In order to build this library, a significant number of mature oaks (some of them ailing or dead, some not) had to be sacrificed. Those of us who were bothered by this were assured that some of the oak lumber would be used in the library design, and here it is. This robust table for laptop use is very long, perhaps 16 feet. It continues as a bench for another long span. At first glance, I was thrilled to see hefty slabs of oak used in this way. At a closer look, I realized that it is really made of smaller boards and only looks four inches thick!.

A second quibble is that the electrical outlets so important to laptop users and phone chargers and what have you, are set under the front edge of the shelf. In the picture above you can see one of the signs that is provided to help people find the outlets. Personally, I'm not thrilled to be poking my fingers under a shelf in search of electricity; and I'm not limber enough to look underneath for them. But I'm sure everyone who needs them will figure them out at once.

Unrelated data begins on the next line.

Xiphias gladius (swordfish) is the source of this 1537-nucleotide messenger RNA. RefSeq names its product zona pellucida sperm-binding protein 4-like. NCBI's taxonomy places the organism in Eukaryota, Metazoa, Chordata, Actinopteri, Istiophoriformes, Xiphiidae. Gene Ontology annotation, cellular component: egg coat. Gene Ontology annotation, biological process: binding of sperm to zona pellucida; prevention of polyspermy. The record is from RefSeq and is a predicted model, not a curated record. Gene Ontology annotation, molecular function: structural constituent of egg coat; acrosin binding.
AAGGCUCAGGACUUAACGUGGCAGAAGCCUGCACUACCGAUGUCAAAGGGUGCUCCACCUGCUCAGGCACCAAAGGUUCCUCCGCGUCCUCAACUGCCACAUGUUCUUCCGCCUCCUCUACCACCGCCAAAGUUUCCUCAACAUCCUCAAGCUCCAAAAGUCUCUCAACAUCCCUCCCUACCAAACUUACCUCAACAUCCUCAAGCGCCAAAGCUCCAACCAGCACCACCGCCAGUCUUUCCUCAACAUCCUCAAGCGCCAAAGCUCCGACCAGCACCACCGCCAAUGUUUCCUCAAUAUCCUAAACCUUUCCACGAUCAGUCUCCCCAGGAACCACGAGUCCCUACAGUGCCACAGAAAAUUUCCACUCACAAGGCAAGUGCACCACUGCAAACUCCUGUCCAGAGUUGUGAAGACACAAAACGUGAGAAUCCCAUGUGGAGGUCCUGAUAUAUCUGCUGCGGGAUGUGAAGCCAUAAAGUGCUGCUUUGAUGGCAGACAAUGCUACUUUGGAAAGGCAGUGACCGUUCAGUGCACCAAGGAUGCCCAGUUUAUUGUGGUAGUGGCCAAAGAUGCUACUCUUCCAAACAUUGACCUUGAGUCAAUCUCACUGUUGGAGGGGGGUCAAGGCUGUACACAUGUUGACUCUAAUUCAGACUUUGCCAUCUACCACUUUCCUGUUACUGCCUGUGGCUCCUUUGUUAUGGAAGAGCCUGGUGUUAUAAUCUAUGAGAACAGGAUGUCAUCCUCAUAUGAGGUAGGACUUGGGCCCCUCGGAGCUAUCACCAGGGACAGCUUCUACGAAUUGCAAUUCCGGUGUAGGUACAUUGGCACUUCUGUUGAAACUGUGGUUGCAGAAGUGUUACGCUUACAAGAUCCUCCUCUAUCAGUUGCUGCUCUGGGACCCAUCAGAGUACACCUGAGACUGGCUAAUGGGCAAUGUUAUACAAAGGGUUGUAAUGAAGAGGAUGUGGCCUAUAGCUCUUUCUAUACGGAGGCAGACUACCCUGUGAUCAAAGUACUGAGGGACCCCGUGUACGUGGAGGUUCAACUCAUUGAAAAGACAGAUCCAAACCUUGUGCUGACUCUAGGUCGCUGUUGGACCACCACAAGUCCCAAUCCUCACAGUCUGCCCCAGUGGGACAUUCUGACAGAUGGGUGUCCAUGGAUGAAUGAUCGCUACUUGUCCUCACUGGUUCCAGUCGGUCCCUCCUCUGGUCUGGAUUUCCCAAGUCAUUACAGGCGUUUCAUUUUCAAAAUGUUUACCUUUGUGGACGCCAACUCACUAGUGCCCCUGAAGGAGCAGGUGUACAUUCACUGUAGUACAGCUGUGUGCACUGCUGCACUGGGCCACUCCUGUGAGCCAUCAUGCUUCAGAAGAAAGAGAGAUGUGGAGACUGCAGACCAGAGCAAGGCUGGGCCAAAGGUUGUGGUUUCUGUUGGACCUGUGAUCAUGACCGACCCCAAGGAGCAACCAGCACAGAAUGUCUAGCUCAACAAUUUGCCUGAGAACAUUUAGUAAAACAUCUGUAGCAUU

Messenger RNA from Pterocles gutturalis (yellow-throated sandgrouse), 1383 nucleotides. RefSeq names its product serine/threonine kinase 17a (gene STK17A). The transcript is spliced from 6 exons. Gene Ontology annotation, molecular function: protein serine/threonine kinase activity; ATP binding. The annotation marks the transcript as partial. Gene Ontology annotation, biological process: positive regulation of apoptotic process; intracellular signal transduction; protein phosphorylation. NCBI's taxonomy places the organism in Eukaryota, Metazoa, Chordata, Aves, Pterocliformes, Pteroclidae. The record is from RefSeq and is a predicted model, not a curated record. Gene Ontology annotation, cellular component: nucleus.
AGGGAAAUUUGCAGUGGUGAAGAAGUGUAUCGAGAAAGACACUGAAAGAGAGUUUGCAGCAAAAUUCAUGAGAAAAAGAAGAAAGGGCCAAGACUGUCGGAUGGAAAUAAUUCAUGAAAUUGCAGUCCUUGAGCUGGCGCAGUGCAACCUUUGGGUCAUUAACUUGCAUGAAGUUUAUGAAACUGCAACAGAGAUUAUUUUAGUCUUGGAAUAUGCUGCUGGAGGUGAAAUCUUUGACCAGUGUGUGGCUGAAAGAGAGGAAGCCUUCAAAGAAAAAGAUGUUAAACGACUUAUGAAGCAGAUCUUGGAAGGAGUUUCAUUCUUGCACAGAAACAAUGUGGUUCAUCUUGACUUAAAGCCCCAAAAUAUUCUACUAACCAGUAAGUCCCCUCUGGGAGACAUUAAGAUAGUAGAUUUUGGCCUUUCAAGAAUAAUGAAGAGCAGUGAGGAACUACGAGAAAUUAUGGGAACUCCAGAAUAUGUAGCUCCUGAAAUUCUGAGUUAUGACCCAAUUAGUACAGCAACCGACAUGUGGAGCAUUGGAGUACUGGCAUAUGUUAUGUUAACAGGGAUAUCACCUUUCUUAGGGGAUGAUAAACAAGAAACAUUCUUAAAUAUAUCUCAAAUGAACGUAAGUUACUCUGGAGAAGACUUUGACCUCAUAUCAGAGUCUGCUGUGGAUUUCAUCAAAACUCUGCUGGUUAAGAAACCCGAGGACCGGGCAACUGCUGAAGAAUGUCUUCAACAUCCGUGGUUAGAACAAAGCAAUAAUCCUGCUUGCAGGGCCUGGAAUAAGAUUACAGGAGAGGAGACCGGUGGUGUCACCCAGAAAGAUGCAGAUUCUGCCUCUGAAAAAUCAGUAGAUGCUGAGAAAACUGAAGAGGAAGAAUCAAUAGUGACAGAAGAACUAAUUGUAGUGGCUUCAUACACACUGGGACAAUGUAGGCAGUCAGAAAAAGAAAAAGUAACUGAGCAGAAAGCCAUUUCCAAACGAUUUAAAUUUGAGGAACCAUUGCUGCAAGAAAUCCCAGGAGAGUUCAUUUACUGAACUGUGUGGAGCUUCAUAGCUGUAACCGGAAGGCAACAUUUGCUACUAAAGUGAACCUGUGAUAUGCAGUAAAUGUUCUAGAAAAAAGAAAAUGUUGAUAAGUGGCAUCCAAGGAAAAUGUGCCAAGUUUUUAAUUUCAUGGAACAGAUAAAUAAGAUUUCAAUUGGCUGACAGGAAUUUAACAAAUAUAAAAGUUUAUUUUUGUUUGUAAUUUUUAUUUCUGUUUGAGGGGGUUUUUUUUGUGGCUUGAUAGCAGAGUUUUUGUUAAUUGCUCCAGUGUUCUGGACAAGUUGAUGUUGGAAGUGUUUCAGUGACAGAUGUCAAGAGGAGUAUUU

I was visiting on a busy day, so my picture-taking was limited by the "no people in the pictures" rule. For example, the glass wall visible in the picture above looks into the large Teen space. No picture of the teen space because it was being used by teens. That's a good thing!

Some other areas that were too people-filled for picture taking include:
  • To the left of the entrance is an area that serves as a vestibule for the community room and as the Friends of the Library bookstore. 
  • There are two "anyone" restrooms opening from this vestibule. [There are restrooms for men and women in another part of the library, along with a "hydration station" drinking fountain that allows convenient water-bottle filling.] A family restroom is in the children's area.